Kulkarni said he is delighted to have the opportunity to serve the University in this new role. “Faculty are the foundation of any great university, and it will be a pleasure and an honor to work with and support Princeton’s outstanding faculty. I look forward to working with scholars, teachers, and researchers across the full range of academic departments and programs at the University,” he said.

As dean of the Graduate School, Kulkarni led the strategic planning Task Force on the Future of the Graduate School, implemented a sixth-year funding program for graduate students in the humanities and social sciences, and with the dean for research implemented tuition matching funds for faculty who support fourth- and fifth-year graduate students on sponsored research.

Under Kulkarni’s leadership, the Graduate School created an assistant dean position for professional development and developed a number of new programs including the University Administrative Fellows, opportunities for collaborative teaching between Princeton faculty and graduate students, and a partnership with Mercer County Community College to provide teaching opportunities and mentorship for Princeton graduate students.

Over the past three years, the Graduate School also increased the diversity of entering graduate student cohorts, enhanced student life activities, boosted the integration of graduate students into the University community, and advanced discussions on housing for graduate students as part of the University’s campus planning effort. Kulkarni has also been active in alumni engagement, hosting events on campus and visiting alumni groups across the country and abroad.

Kulkarni has had a distinguished career as a researcher, educator and administrator at Princeton, where he joined the faculty in 1991. He served as associate dean for academic affairs in the School of Engineering and Applied Science from 2003 to 2005; was the head of Butler College, an undergraduate residential college, from 2004 to 2012; and from 2011 to 2014 was director of the Keller Center, which has the broad aim to “educate leaders for a technology-driven society.”

Kulkarni holds a bachelor’s degree in electrical engineering and bachelor’s and master’s degrees in mathematics, all from Clarkson University. After completing a master’s degree in electrical engineering at Stanford University, he earned his Ph.D. in electrical engineering at the Massachusetts Institute of Technology.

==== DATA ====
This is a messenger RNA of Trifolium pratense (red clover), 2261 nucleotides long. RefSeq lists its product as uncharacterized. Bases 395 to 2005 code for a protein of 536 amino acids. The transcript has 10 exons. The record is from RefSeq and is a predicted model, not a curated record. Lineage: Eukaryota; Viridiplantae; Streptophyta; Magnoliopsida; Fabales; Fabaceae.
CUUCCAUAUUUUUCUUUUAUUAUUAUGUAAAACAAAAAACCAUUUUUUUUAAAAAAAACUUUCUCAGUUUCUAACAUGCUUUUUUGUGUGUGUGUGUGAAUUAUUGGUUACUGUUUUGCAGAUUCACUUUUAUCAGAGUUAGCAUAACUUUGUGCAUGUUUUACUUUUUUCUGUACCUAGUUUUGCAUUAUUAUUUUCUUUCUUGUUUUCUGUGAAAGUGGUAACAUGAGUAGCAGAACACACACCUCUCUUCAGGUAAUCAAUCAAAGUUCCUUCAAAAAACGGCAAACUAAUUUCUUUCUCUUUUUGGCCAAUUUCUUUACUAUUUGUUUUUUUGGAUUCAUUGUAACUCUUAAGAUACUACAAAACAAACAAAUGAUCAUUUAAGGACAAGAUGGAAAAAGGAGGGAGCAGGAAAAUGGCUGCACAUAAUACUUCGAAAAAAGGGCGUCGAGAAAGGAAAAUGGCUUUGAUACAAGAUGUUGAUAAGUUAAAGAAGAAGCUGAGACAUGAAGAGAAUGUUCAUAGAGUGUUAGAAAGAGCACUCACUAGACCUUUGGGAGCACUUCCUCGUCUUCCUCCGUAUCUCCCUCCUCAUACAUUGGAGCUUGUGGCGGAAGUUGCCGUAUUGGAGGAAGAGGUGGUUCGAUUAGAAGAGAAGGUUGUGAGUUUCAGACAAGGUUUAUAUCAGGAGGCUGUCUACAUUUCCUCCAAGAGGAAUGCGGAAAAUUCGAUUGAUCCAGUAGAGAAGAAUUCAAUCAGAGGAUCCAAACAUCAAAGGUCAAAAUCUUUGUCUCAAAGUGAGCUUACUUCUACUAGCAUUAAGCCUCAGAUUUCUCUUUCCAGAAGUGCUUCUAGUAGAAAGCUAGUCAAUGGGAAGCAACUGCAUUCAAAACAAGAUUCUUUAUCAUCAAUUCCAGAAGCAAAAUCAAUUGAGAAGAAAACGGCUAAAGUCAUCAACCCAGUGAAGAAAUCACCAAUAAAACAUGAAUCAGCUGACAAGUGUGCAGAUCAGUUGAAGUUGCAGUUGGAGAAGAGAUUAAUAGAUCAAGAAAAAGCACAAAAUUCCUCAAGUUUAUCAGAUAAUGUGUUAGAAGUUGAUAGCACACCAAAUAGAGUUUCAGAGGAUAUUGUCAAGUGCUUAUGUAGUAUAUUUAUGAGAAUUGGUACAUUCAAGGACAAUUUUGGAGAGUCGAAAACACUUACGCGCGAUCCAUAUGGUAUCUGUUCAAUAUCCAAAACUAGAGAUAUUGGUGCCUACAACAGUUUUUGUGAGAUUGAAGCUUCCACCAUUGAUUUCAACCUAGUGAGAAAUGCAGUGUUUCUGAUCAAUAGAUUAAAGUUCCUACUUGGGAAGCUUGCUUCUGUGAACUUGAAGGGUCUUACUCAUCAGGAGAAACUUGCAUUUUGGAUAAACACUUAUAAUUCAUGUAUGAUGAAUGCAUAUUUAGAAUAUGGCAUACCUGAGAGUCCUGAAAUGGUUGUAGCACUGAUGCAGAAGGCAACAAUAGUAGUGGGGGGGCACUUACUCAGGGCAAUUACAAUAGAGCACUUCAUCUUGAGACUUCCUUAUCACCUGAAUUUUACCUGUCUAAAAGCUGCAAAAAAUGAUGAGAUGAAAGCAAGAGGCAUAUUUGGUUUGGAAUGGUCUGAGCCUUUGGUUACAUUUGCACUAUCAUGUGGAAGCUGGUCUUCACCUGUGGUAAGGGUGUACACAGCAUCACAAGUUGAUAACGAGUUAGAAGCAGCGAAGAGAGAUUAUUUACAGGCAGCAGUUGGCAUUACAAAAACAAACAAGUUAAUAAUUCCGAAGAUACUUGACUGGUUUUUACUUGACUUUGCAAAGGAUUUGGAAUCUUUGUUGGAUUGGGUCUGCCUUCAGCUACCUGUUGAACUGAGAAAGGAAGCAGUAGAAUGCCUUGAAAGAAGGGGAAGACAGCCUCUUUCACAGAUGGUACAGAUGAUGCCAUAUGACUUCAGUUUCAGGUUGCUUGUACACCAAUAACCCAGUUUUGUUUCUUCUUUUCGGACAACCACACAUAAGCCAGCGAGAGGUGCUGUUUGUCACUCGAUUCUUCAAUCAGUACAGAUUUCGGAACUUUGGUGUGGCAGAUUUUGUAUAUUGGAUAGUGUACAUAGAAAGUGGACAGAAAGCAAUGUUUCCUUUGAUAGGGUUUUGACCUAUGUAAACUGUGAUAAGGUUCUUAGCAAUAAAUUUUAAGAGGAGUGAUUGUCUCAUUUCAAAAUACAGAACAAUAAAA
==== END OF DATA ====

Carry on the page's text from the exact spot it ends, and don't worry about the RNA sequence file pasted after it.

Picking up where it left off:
His research interests include statistical pattern recognition, machine learning, nonparametric estimation, information theory, wireless networks, signal/image/video processing, and econometrics and finance. He has worked extensively with colleagues in philosophy, computer science, psychology and ORFE.

Kulkarni received an Army Research Office Young Investigator Award in 1992, and a National Science Foundation Young Investigator Award in 1994. He has also received several teaching awards at Princeton, including the President’s Award for Distinguished Teaching in 2007, and seven awards from the Undergraduate Engineering Council for courses on computer vision, image processing, and signals and systems.

Kulkarni is a fellow of the Institute of Electrical and Electronics Engineers (IEEE), and he has served as an associate editor for the IEEE Transactions on Information Theory. He is on the Board of Trustees for Clarkson University.

He has served as a trustee of Princeton University Press, and has been on the Healthier Princeton Advisory Board, the Frist Campus Center Advisory Board and the Alcohol Coalition Committee. He currently serves on the Sustainability Steering Council, the faculty advisory committee for Labyrinth Books and the Princeton Entrepreneurship Council.

Prentice, Princeton’s Alexander Stewart 1886 Professor of Psychology and Public Affairs, was named dean of the faculty in 2014 after serving for 12 years as the chair of the Department of Psychology. As provost, she will succeed David S. Lee, a professor of economics and public affairs who is returning to the faculty.

Prentice will lead a committee to search for a successor to Kulkarni, and its work will begin immediately. During the interim, Cole Crittenden, deputy dean of the Graduate School, will serve as acting dean.

New Book Unravels the Emergence of Romania’s “Children of the Republic” Through Political Conflict and the Country’s Tumultuous Past

A Look at the Country’s Past and its Impact on the Lives of Romanians!

WEST PALM BEACH, FL – 6 Jun, 2017 – Authors Matei Cazacu, Ioana Cre?oiu and Ladislau G. Hajos pull back the curtain on the early days of Romania’s Democracy, a rich and intriguing part of the country’s past that seemed to be lost in the pages of history, until now.